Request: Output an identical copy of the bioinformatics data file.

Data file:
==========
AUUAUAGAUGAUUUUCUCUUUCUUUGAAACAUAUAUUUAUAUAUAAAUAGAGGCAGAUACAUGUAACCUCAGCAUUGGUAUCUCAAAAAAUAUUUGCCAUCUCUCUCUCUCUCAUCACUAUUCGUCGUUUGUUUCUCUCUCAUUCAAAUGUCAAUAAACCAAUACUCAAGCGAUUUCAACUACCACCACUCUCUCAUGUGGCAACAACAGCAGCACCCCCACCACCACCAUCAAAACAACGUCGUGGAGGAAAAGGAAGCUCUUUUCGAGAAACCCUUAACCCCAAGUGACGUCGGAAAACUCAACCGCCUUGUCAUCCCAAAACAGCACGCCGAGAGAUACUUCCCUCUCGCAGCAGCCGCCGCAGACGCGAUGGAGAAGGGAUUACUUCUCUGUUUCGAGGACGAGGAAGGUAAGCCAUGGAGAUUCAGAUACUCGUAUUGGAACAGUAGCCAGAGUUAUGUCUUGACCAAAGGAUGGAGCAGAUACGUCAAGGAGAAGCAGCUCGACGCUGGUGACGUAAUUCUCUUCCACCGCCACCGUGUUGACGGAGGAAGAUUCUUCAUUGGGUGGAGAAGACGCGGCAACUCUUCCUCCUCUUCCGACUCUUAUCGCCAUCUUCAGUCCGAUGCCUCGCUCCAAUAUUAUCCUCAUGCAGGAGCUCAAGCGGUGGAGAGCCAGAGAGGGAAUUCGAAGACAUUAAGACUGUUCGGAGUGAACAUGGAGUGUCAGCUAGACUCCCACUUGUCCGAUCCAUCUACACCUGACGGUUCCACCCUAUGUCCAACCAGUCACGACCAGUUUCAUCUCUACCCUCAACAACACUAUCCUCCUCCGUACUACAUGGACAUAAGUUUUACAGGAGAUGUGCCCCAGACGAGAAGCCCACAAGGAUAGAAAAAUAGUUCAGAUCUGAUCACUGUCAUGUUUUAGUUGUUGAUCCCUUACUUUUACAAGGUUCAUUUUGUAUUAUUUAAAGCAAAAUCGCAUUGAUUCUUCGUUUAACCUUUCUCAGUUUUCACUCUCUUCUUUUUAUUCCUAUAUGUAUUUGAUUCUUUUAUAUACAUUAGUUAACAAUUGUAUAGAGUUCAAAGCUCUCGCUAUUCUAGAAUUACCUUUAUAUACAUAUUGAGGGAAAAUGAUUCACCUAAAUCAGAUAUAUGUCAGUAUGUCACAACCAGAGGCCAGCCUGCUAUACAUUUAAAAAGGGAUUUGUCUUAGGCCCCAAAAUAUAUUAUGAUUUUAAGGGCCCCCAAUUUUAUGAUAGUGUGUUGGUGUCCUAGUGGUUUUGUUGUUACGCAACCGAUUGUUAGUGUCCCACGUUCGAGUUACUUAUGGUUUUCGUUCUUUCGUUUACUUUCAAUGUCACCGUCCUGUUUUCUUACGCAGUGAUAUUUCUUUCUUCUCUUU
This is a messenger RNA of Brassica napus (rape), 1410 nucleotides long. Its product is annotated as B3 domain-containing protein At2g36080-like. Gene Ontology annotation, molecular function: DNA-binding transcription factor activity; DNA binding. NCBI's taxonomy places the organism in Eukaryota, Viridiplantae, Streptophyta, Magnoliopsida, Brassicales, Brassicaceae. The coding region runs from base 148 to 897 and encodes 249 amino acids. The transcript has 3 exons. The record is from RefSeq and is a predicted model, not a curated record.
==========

AUUAUAGAUGAUUUUCUCUUUCUUUGAAACAUAUAUUUAUAUAUAAAUAGAGGCAGAUACAUGUAACCUCAGCAUUGGUAUCUCAAAAAAUAUUUGCCAUCUCUCUCUCUCUCAUCACUAUUCGUCGUUUGUUUCUCUCUCAUUCAAAUGUCAAUAAACCAAUACUCAAGCGAUUUCAACUACCACCACUCUCUCAUGUGGCAACAACAGCAGCACCCCCACCACCACCAUCAAAACAACGUCGUGGAGGAAAAGGAAGCUCUUUUCGAGAAACCCUUAACCCCAAGUGACGUCGGAAAACUCAACCGCCUUGUCAUCCCAAAACAGCACGCCGAGAGAUACUUCCCUCUCGCAGCAGCCGCCGCAGACGCGAUGGAGAAGGGAUUACUUCUCUGUUUCGAGGACGAGGAAGGUAAGCCAUGGAGAUUCAGAUACUCGUAUUGGAACAGUAGCCAGAGUUAUGUCUUGACCAAAGGAUGGAGCAGAUACGUCAAGGAGAAGCAGCUCGACGCUGGUGACGUAAUUCUCUUCCACCGCCACCGUGUUGACGGAGGAAGAUUCUUCAUUGGGUGGAGAAGACGCGGCAACUCUUCCUCCUCUUCCGACUCUUAUCGCCAUCUUCAGUCCGAUGCCUCGCUCCAAUAUUAUCCUCAUGCAGGAGCUCAAGCGGUGGAGAGCCAGAGAGGGAAUUCGAAGACAUUAAGACUGUUCGGAGUGAACAUGGAGUGUCAGCUAGACUCCCACUUGUCCGAUCCAUCUACACCUGACGGUUCCACCCUAUGUCCAACCAGUCACGACCAGUUUCAUCUCUACCCUCAACAACACUAUCCUCCUCCGUACUACAUGGACAUAAGUUUUACAGGAGAUGUGCCCCAGACGAGAAGCCCACAAGGAUAGAAAAAUAGUUCAGAUCUGAUCACUGUCAUGUUUUAGUUGUUGAUCCCUUACUUUUACAAGGUUCAUUUUGUAUUAUUUAAAGCAAAAUCGCAUUGAUUCUUCGUUUAACCUUUCUCAGUUUUCACUCUCUUCUUUUUAUUCCUAUAUGUAUUUGAUUCUUUUAUAUACAUUAGUUAACAAUUGUAUAGAGUUCAAAGCUCUCGCUAUUCUAGAAUUACCUUUAUAUACAUAUUGAGGGAAAAUGAUUCACCUAAAUCAGAUAUAUGUCAGUAUGUCACAACCAGAGGCCAGCCUGCUAUACAUUUAAAAAGGGAUUUGUCUUAGGCCCCAAAAUAUAUUAUGAUUUUAAGGGCCCCCAAUUUUAUGAUAGUGUGUUGGUGUCCUAGUGGUUUUGUUGUUACGCAACCGAUUGUUAGUGUCCCACGUUCGAGUUACUUAUGGUUUUCGUUCUUUCGUUUACUUUCAAUGUCACCGUCCUGUUUUCUUACGCAGUGAUAUUUCUUUCUUCUCUUU
This is a messenger RNA of Brassica napus (rape), 1410 nucleotides long. Its product is annotated as B3 domain-containing protein At2g36080-like. Gene Ontology annotation, molecular function: DNA-binding transcription factor activity; DNA binding. NCBI's taxonomy places the organism in Eukaryota, Viridiplantae, Streptophyta, Magnoliopsida, Brassicales, Brassicaceae. The coding region runs from base 148 to 897 and encodes 249 amino acids. The transcript has 3 exons. The record is from RefSeq and is a predicted model, not a curated record.